It appears from our results that the species Bifidobacterium crudilactis and B. mongoliense are commonly present in St-Marcellin and other cheeses having a similar manufacturing process such as Picodon, Camembert, Brie and Reblochon. B. crudilactis and B. mongoliense were detected in respectively 77% and 30% of cheeses from L’Etoile du Vercors plant after 21 days of ripening. In addition, they were present in more than half of analyzed retail cheeses. Their presence and their source are not explained yet but they probably contribute to organoleptic and technologic properties of those cheeses.

During the L’Etoile du Vercors cheese process, a very low percentage of samples were positive at step C (after removal from the mold, day 2) with respectively 9% and 2% of positive samples for Bifidobacterium crudilactis and B. mongoliense. An explanation for the low percentage could be the presence of competitive flora at this stage associated with a low pH (4.35 at step C). However, during ripening (step D), the conditions seemed more favorable for those species with respectively 77% and 30% of positive samples for B. crudilactis and B. mongoliense.

The ripening temperature, 12°C, used in the Vercors factory enables these species to grow along the production chain. B. crudilactis was isolated at higher levels (mean count 3.45 log cfu g-1 at step D) than B. mongoliense in the Vercors’ factory. These levels were still higher in the four commercialized St Marcellin cheeses (D40, mean count 4.5 log cfu g-1).

Bifidobacterium mongoliense was detected in only 30% of the samples during ripening of the Vercors’ production chain (mean count 0.86 log cfu g-1 at step D) but was present at much higher levels in three of the commercialized St Marcellin cheeses (5 to 6 log cfu g-1) and in the Picodon cheese made with goat raw milk (7 log cfu g-1) from the Vercors area. These results suggest that both species, when present along the chain, continue to multiply in the cheeses after production, during storage.

B. mongoliense was detected in one cheese made from pasteurized milk. The most probable explanation is a cross contamination along the process or commercialization leading to the presence of this bacterial species. Interestingly, the other species, B. crudilactis was detected in thermized milk in our study (St Marcellin Cholet) and in thermized milk from Canada [10]. This suggests that B. crudilactis has the potential to resist to some heat treatment. Those properties should be better investigated, as they are important when these bacteria are incorporated in food products where heating steps are present.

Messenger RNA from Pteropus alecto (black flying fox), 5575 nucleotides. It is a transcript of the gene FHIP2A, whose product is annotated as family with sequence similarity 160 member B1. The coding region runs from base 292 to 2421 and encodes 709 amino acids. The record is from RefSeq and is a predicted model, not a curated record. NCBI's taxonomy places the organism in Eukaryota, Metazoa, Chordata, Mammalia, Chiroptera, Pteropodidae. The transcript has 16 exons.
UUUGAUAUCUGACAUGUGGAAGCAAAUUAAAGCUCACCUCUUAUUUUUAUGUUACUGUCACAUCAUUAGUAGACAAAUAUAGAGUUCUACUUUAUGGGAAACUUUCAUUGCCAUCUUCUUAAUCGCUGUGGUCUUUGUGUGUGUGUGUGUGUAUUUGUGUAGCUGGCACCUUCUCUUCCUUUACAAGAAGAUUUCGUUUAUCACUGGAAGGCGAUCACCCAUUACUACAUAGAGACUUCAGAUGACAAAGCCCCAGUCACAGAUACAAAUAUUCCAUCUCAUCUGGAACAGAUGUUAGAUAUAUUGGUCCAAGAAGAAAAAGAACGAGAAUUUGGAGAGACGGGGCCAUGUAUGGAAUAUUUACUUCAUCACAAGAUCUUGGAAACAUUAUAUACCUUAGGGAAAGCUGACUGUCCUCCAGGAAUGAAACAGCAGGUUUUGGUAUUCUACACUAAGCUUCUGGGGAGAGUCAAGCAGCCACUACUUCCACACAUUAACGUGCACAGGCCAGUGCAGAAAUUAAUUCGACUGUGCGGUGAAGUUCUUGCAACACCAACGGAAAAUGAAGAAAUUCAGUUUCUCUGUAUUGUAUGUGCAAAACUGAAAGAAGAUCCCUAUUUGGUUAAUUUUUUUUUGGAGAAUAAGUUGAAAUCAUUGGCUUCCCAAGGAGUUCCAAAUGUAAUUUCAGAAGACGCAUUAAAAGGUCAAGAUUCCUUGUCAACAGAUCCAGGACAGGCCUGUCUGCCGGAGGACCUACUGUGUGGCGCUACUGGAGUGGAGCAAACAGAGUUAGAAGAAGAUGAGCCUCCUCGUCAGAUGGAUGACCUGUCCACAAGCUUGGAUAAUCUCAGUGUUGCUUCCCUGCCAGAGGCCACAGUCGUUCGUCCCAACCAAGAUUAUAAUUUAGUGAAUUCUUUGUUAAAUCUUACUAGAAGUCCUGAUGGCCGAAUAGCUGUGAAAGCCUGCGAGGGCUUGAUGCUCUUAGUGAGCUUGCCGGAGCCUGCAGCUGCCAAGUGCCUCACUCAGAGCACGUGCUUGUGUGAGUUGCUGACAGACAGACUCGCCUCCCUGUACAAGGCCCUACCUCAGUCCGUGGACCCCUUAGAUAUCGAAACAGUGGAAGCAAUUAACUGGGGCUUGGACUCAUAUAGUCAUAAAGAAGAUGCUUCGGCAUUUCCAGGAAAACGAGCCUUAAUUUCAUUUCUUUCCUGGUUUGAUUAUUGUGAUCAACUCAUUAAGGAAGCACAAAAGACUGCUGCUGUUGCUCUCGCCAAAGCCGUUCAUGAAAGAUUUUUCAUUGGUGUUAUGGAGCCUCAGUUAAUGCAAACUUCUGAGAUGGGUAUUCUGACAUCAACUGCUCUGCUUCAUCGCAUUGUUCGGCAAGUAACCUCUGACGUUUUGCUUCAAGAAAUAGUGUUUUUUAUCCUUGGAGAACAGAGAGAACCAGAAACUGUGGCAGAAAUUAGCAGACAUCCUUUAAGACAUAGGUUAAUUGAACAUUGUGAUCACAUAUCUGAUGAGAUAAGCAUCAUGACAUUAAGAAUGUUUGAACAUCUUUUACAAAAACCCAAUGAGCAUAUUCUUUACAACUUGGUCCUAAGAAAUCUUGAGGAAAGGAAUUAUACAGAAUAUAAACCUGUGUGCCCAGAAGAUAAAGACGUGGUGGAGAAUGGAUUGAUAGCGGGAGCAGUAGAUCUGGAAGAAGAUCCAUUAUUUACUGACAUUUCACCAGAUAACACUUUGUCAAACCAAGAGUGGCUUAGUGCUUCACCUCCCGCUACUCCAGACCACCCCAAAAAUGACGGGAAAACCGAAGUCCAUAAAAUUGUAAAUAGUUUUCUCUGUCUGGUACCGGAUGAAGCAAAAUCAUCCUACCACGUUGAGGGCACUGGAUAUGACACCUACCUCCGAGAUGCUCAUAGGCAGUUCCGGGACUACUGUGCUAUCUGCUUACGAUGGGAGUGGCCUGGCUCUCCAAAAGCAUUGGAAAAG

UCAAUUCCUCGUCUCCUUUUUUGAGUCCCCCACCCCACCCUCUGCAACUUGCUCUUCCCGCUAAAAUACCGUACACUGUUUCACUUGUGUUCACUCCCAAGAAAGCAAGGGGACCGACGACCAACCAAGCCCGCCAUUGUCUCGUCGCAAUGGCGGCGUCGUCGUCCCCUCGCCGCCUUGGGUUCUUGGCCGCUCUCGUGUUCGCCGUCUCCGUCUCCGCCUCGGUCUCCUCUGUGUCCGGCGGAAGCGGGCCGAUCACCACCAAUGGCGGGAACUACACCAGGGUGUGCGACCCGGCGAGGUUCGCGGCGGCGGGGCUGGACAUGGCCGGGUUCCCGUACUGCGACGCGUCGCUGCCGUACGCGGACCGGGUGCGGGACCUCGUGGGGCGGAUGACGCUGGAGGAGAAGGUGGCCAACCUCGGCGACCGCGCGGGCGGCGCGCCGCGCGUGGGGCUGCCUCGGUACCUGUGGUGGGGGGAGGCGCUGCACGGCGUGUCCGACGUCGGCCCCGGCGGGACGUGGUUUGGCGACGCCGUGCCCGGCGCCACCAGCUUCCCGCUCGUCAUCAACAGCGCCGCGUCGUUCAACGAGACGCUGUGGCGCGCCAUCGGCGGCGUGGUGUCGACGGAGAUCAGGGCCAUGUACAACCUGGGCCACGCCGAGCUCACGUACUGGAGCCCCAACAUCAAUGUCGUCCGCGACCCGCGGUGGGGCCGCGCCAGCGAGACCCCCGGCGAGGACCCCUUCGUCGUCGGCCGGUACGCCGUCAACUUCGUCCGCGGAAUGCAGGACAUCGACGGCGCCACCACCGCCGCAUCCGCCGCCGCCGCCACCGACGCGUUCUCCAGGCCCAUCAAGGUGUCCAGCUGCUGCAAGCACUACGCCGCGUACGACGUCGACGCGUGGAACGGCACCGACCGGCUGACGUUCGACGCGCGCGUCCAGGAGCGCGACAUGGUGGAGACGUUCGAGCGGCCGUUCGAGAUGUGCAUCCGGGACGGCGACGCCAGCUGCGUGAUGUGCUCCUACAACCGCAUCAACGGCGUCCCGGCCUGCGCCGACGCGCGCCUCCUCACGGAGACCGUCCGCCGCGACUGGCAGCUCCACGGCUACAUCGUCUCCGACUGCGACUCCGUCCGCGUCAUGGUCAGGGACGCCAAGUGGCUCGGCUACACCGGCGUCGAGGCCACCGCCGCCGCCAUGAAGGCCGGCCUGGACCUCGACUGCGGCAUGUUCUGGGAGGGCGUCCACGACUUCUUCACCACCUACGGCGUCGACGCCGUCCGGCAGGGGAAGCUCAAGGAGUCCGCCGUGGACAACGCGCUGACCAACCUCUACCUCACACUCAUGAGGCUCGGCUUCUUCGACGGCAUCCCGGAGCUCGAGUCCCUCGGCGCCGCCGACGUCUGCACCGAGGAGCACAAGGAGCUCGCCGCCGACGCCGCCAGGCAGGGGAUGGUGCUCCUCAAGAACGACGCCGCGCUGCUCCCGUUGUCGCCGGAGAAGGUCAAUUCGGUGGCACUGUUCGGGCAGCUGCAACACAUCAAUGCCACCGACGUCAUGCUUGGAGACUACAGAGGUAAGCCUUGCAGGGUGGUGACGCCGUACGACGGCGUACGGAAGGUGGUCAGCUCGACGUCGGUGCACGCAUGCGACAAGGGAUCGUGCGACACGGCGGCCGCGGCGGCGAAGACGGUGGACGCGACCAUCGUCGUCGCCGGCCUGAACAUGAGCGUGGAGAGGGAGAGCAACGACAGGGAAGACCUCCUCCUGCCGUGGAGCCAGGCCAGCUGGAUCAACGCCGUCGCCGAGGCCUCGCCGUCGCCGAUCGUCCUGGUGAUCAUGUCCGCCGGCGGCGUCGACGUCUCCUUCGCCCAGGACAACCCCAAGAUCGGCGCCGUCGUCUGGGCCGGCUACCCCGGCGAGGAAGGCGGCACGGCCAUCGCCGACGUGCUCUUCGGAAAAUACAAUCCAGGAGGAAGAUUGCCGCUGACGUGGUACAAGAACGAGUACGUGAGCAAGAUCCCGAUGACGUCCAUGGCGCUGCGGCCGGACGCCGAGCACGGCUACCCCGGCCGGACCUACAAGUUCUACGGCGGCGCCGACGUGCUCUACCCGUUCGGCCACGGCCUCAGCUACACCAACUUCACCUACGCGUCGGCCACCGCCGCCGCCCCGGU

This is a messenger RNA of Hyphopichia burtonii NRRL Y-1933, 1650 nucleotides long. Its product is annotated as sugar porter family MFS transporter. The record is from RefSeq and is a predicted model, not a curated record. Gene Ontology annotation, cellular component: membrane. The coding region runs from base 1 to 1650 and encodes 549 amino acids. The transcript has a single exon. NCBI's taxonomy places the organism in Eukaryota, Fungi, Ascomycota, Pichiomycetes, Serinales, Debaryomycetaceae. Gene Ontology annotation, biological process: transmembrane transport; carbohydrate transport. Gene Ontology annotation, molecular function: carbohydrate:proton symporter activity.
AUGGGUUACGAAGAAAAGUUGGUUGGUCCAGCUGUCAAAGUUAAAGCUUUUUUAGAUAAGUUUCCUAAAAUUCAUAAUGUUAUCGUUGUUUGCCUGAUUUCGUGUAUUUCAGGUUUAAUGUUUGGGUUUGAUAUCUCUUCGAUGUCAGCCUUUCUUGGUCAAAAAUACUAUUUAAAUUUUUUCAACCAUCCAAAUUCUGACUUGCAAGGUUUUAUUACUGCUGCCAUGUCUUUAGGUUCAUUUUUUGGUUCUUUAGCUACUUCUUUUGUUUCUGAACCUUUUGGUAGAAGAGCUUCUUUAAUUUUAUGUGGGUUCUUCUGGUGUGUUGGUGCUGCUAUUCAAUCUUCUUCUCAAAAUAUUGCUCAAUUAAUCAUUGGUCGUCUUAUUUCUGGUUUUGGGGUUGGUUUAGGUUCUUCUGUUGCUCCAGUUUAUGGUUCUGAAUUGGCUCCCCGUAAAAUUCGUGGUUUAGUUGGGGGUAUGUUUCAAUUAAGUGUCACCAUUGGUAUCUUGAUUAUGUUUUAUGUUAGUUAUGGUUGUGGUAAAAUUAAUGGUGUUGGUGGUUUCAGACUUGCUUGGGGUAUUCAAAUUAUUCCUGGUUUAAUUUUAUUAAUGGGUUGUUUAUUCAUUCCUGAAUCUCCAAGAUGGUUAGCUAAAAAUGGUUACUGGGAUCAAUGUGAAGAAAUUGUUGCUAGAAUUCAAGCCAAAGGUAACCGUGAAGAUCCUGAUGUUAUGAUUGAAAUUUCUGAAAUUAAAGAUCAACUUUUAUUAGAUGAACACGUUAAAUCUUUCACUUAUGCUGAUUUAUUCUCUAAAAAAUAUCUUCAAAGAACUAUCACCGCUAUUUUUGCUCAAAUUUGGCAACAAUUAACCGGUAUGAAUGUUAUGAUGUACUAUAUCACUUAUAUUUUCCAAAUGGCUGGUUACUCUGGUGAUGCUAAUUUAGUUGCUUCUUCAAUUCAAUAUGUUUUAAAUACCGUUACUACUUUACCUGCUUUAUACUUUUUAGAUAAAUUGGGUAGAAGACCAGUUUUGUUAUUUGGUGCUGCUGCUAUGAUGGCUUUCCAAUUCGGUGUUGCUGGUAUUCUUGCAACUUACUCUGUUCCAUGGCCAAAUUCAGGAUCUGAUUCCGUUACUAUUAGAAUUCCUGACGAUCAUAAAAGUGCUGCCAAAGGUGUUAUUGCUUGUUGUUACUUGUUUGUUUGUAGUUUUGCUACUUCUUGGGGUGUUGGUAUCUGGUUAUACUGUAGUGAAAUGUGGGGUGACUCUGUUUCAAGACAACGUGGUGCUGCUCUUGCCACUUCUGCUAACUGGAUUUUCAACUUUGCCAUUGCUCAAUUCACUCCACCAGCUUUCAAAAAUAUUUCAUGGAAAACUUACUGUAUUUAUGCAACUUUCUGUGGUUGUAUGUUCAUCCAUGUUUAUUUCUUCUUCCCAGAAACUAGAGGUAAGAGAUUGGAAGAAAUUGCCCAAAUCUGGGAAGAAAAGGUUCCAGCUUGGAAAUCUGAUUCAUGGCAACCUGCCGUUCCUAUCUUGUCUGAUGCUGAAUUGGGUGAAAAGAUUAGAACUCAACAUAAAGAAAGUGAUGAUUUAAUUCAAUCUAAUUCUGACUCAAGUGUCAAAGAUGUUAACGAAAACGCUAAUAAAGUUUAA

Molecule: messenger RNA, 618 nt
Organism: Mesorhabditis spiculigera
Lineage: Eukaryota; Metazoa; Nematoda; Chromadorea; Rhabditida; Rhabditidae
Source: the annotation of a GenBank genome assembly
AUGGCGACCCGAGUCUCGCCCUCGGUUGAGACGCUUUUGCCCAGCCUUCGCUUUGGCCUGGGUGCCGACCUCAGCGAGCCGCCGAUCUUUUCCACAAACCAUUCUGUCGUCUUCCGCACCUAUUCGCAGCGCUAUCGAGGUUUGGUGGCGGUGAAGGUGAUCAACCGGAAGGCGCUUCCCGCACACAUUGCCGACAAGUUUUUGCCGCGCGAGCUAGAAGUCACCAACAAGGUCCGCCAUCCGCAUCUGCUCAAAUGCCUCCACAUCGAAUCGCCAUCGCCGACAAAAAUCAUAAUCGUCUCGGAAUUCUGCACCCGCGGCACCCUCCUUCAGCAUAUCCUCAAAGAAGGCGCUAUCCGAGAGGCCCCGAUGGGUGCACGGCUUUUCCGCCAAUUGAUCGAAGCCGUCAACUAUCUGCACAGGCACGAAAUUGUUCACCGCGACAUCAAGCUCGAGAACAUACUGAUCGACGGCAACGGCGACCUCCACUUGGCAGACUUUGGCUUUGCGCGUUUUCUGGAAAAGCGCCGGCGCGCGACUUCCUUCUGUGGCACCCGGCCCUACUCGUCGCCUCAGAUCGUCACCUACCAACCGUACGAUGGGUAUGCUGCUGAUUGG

The resistance to gastric and pancreatic juices, and bile salts of these bifidobacteria encourages further study for their potential to survive the transit through the human intestinal tract. The stomach normally produces around 2.5 l of HCl per day at a pH of 2.0 and a stomach pH can drop as low as 1.5 [11]. It is therefore important, when selecting probiotic strains candidates, to choose strains able to survive this barrier. Usually, acid resistance of probiotic strains is estimated for different pH values ranging from 1.5 to 5.0. Incubation time can vary from 1 to 360 minutes at 37°C, according to the fact that food usually remains in the stomach for about 90 minutes. In our study, a poor survival of strains FR49/f/2 and FR41/2 was observed in gastric juice at pH = 2, after 1 h of incubation. However, the survival of the strains was excellent at pH 3. Those results are quite encouraging knowing the limitation of the used method, namely HCl acidified media do not take into account the influence of diet or non-acidic gastric constituents on the microorganisms during their gastric transit making that test usually too severe. For example, the strain Lactobacillus GG cannot survive in static models, but is able to reach colon in high number in vivo[12,13]. The strains assessed in our study should be further tested in a dynamic in vitro model such as the SHIME or M-SHIME system [14,15] for confirmation of their survival through the transit.

Pancreatic secretions are amongst the most aggressive fluids in the human body. In our case, using a commercial pancreatic solution at pH 8, a good resistance of both strains was observed even after 5 h incubation.